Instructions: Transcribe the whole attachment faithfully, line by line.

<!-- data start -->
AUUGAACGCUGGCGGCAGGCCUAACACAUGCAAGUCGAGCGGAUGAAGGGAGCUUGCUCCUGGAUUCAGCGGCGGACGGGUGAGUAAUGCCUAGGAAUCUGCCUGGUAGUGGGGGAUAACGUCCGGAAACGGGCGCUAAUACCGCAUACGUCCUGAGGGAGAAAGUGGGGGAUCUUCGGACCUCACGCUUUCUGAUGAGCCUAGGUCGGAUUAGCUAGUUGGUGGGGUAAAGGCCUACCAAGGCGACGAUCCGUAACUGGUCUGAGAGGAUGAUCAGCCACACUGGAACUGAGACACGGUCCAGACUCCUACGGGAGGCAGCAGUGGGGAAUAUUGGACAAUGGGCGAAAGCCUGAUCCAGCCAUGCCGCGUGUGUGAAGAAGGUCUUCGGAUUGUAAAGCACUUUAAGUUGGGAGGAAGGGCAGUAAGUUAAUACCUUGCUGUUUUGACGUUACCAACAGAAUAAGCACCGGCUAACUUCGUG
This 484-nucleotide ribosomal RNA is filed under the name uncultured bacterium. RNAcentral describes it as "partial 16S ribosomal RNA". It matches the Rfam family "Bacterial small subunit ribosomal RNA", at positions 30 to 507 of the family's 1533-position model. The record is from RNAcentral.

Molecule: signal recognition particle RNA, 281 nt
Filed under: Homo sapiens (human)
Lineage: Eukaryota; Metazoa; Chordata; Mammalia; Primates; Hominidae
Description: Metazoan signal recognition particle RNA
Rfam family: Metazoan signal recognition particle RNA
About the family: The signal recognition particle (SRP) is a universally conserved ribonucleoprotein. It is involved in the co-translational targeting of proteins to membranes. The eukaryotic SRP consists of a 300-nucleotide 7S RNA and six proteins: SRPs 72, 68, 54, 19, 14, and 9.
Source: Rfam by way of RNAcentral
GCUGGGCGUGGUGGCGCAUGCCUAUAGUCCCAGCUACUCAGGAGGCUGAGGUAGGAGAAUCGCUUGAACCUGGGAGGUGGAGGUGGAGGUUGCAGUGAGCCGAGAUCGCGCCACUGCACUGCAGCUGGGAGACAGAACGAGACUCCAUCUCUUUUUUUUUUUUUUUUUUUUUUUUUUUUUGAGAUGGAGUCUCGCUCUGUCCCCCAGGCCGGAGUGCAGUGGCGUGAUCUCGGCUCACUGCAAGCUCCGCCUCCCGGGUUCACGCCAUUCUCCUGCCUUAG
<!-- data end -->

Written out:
AUUGAACGCUGGCGGCAGGCCUAACACAUGCAAGUCGAGCGGAUGAAGGGAGCUUGCUCCUGGAUUCAGCGGCGGACGGGUGAGUAAUGCCUAGGAAUCUGCCUGGUAGUGGGGGAUAACGUCCGGAAACGGGCGCUAAUACCGCAUACGUCCUGAGGGAGAAAGUGGGGGAUCUUCGGACCUCACGCUUUCUGAUGAGCCUAGGUCGGAUUAGCUAGUUGGUGGGGUAAAGGCCUACCAAGGCGACGAUCCGUAACUGGUCUGAGAGGAUGAUCAGCCACACUGGAACUGAGACACGGUCCAGACUCCUACGGGAGGCAGCAGUGGGGAAUAUUGGACAAUGGGCGAAAGCCUGAUCCAGCCAUGCCGCGUGUGUGAAGAAGGUCUUCGGAUUGUAAAGCACUUUAAGUUGGGAGGAAGGGCAGUAAGUUAAUACCUUGCUGUUUUGACGUUACCAACAGAAUAAGCACCGGCUAACUUCGUG
This 484-nucleotide ribosomal RNA is filed under the name uncultured bacterium. RNAcentral describes it as "partial 16S ribosomal RNA". It matches the Rfam family "Bacterial small subunit ribosomal RNA", at positions 30 to 507 of the family's 1533-position model. The record is from RNAcentral.

Molecule: signal recognition particle RNA, 281 nt
Filed under: Homo sapiens (human)
Lineage: Eukaryota; Metazoa; Chordata; Mammalia; Primates; Hominidae
Description: Metazoan signal recognition particle RNA
Rfam family: Metazoan signal recognition particle RNA
About the family: The signal recognition particle (SRP) is a universally conserved ribonucleoprotein. It is involved in the co-translational targeting of proteins to membranes. The eukaryotic SRP consists of a 300-nucleotide 7S RNA and six proteins: SRPs 72, 68, 54, 19, 14, and 9.
Source: Rfam by way of RNAcentral
GCUGGGCGUGGUGGCGCAUGCCUAUAGUCCCAGCUACUCAGGAGGCUGAGGUAGGAGAAUCGCUUGAACCUGGGAGGUGGAGGUGGAGGUUGCAGUGAGCCGAGAUCGCGCCACUGCACUGCAGCUGGGAGACAGAACGAGACUCCAUCUCUUUUUUUUUUUUUUUUUUUUUUUUUUUUUGAGAUGGAGUCUCGCUCUGUCCCCCAGGCCGGAGUGCAGUGGCGUGAUCUCGGCUCACUGCAAGCUCCGCCUCCCGGGUUCACGCCAUUCUCCUGCCUUAG